Veterinary Students Partner with the Office of the State Veterinarian for Hands-on Opportunities SPRINGFIELD, IL—Students from the University of Illinois at Urbana-Champaign College of Veterinary Medicine will work alongside veterinarians from the college and from the Illinois Department of Agriculture (IDOA) to provide veterinary care for all animals on the grounds during the 2015 Illinois...
Overview | Selected Areas of Research | Faculty and Organization | News
Expertise in the Department of Veterinary Clinical Medicine spans a wide range of clinical specialties. Most faculty spend a significant proportion of their time delivering or supervising the care of patients in the Veterinary Teaching Hospital. This clinical service integrates the training and education of residents, interns, and veterinary students who are engaged with patient careIn addition to teaching as part of patient care delivery, departmental faculty teach and lecture in core courses and electives in the veterinary degree program and in graduate student seminars. Most also engage in continuing education for veterinary professionals through publications in practice-oriented journals, presentations at professional meetings, or delivery of online continuing education modules. Many take on leadership roles nationally or internationally in the professional associations devoted to their area of specialty.
Research is very often focused on advancing the standards of patient care, addressing problems that arise in the patient population that they see. Innovations developed for human patients are frequently adapted to animal patients. For example, a real-time imaging device that could allow oncologic surgeons to ensure that they have excised all of a tumor without having to wait for a pathologist’s report is being borrowed from breast cancer surgery and applied to canine cancers.
Medical advances sometimes originate in veterinary medicine and move to human medicine: chemotherapeutic approaches to osteosarcoma that have proven effective in naturally occurring cancers of dogs treated at our hospital are beginning trials in people with cancer.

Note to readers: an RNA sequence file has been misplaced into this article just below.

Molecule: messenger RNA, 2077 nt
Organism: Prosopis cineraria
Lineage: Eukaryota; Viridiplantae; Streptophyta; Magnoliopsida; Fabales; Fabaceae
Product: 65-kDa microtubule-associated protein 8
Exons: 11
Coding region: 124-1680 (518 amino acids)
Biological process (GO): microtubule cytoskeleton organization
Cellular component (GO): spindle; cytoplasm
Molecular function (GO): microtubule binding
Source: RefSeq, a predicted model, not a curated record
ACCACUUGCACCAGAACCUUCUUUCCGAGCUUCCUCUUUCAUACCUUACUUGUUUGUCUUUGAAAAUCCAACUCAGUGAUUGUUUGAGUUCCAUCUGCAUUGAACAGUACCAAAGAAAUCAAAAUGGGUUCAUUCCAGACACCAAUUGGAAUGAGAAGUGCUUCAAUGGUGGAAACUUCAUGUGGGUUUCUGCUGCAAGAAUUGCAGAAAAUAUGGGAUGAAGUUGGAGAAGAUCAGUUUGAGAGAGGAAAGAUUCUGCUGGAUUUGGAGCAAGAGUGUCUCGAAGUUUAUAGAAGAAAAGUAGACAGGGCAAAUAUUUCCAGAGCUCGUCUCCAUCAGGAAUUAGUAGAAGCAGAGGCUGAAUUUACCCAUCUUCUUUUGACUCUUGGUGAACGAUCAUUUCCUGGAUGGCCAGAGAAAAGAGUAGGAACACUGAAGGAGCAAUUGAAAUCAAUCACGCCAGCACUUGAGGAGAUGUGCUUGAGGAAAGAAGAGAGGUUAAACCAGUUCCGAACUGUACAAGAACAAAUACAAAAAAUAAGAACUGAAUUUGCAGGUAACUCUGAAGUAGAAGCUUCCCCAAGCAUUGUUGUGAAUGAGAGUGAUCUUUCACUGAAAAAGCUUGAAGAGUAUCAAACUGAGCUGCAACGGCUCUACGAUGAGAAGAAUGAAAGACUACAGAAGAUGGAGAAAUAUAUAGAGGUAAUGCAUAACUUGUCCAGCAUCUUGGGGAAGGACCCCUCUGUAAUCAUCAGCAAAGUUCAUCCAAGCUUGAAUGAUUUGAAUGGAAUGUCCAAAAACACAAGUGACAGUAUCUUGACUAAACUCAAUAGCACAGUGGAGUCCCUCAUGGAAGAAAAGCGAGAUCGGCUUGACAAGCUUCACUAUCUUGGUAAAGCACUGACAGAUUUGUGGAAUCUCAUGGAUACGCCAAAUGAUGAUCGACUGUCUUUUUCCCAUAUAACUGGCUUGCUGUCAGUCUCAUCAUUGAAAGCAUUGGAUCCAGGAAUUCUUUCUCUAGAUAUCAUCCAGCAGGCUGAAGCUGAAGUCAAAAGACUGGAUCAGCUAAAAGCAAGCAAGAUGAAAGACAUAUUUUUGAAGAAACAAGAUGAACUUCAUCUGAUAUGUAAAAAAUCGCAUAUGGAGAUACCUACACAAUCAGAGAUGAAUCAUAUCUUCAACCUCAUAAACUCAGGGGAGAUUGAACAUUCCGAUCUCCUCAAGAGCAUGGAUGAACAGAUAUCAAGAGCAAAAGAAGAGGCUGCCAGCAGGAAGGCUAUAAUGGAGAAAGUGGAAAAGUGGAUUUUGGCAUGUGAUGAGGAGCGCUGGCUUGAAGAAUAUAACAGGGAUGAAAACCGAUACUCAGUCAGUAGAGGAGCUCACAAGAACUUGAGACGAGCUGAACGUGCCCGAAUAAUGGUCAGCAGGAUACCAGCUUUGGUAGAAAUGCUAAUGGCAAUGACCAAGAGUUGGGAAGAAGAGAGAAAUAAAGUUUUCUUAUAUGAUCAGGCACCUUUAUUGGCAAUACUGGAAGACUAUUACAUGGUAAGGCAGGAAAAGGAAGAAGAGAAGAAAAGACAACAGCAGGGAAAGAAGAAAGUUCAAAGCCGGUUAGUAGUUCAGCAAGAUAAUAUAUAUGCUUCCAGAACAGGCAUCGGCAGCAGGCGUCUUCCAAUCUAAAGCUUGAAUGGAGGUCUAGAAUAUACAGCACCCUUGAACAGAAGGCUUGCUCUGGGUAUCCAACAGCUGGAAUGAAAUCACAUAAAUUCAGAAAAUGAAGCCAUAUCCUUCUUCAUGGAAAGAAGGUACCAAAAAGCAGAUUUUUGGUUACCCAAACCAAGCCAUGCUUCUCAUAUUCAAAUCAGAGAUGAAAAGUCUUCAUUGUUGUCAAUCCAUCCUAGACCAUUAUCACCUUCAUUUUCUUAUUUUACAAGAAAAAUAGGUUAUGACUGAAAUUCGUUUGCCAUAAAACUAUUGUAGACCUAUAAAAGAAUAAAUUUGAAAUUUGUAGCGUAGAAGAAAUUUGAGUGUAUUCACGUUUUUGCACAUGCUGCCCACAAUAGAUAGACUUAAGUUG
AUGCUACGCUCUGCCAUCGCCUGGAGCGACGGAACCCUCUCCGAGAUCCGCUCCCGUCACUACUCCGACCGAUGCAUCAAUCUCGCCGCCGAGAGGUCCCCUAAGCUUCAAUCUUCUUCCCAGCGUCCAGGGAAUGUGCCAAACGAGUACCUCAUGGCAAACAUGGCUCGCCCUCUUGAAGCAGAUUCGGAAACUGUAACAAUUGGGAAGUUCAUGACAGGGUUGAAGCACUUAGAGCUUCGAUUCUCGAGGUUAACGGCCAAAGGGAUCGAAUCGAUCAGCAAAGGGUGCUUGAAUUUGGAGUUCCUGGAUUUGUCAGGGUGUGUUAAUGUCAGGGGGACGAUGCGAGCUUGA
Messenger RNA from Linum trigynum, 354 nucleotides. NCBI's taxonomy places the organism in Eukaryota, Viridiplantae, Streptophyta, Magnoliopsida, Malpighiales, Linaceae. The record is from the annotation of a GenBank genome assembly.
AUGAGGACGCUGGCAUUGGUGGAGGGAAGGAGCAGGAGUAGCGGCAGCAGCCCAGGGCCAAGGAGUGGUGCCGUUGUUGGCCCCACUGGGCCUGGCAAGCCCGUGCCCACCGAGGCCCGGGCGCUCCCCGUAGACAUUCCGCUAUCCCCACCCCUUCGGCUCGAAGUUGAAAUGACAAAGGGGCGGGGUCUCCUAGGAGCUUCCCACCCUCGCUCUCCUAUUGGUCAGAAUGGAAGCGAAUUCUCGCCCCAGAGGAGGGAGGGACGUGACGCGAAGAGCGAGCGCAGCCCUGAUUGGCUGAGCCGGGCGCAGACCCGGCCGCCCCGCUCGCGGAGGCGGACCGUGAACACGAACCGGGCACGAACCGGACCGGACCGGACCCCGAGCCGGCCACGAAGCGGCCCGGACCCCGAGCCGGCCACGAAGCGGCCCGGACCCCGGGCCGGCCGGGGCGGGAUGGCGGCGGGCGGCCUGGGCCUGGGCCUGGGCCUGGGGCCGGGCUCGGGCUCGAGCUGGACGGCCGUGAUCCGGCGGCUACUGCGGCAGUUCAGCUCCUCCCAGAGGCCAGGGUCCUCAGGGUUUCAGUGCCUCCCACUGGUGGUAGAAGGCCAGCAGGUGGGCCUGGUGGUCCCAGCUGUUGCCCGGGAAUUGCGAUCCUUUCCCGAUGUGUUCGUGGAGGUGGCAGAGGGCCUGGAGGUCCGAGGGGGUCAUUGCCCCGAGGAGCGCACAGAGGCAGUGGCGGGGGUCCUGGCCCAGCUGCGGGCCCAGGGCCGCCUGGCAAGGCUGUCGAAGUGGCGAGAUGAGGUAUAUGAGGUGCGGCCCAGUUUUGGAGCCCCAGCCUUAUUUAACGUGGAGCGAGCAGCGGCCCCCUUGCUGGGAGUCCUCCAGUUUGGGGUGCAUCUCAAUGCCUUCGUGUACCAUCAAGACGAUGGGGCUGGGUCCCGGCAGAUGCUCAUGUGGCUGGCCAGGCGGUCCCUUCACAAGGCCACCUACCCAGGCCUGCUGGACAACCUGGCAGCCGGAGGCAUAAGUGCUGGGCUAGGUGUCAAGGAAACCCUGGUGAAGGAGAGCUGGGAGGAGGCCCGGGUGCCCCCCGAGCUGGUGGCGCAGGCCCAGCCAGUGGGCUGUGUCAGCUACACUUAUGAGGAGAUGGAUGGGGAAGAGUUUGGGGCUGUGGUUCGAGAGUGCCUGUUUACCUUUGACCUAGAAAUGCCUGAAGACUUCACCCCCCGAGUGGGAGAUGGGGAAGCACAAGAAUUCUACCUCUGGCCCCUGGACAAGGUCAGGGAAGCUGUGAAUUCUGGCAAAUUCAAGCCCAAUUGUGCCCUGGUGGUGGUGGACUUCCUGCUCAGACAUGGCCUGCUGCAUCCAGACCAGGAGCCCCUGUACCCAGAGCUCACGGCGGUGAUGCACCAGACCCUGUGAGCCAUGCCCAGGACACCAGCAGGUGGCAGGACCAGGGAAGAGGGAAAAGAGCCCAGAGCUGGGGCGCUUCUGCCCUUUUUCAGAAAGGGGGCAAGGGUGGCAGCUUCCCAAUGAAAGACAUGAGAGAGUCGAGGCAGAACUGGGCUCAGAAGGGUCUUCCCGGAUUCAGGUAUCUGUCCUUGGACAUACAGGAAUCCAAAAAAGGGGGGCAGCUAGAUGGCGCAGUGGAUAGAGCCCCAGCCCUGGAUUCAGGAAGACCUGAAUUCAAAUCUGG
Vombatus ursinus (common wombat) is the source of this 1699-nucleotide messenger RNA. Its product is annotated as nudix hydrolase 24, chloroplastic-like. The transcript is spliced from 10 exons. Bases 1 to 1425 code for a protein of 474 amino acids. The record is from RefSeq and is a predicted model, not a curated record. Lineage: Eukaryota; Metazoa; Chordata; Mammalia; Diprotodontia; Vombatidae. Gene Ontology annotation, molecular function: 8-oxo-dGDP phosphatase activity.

Veterinary Clinical Medicine faculty frequently use clinical trials to answer specific questions about new therapies and drugs. Patients at the Veterinary Teaching Hospital may be eligible to enroll in a clinical trial that offers cutting-edge treatments at a reduced cost to the animal owner.
Faculty are dedicated not only to animal health and welfare, but to improvement of human and environmental well-being through improved understanding of the human-animal bond, food production systems, and ecosystem health.
Emergency Medicine/Critical Care
Equine Orthopedics and Regenerative Biology
Karen L. Campbell, Department Head
Timothy M. Fan, Assistant Head for Research and Graduate Studies
Ralph E. Hamor, Assistant Head for Curriculum and Instruction
News Veterinary Clinical Medicine
Weight loss in senior cats is a common finding that is often overlooked, but that is a poor prognostic sign for continued good health. Dr. David Williams, a professor in the Department of Veterinary Clinical Medicine, in collaboration with colleagues at Nestle-Purina, is investigating the underlying cause, useful diagnostic tests, and treatments that may help...
Pet dogs may be humans’ best friends in a new arena of life: cancer treatment, said University of Illinois veterinary clinical medicine professor Timothy Fan. Physiological similarities between dogs and humans, and conserved genetics between some dog and human cancers, can allow pet dogs to serve as useful models for studying new cancer drugs, he...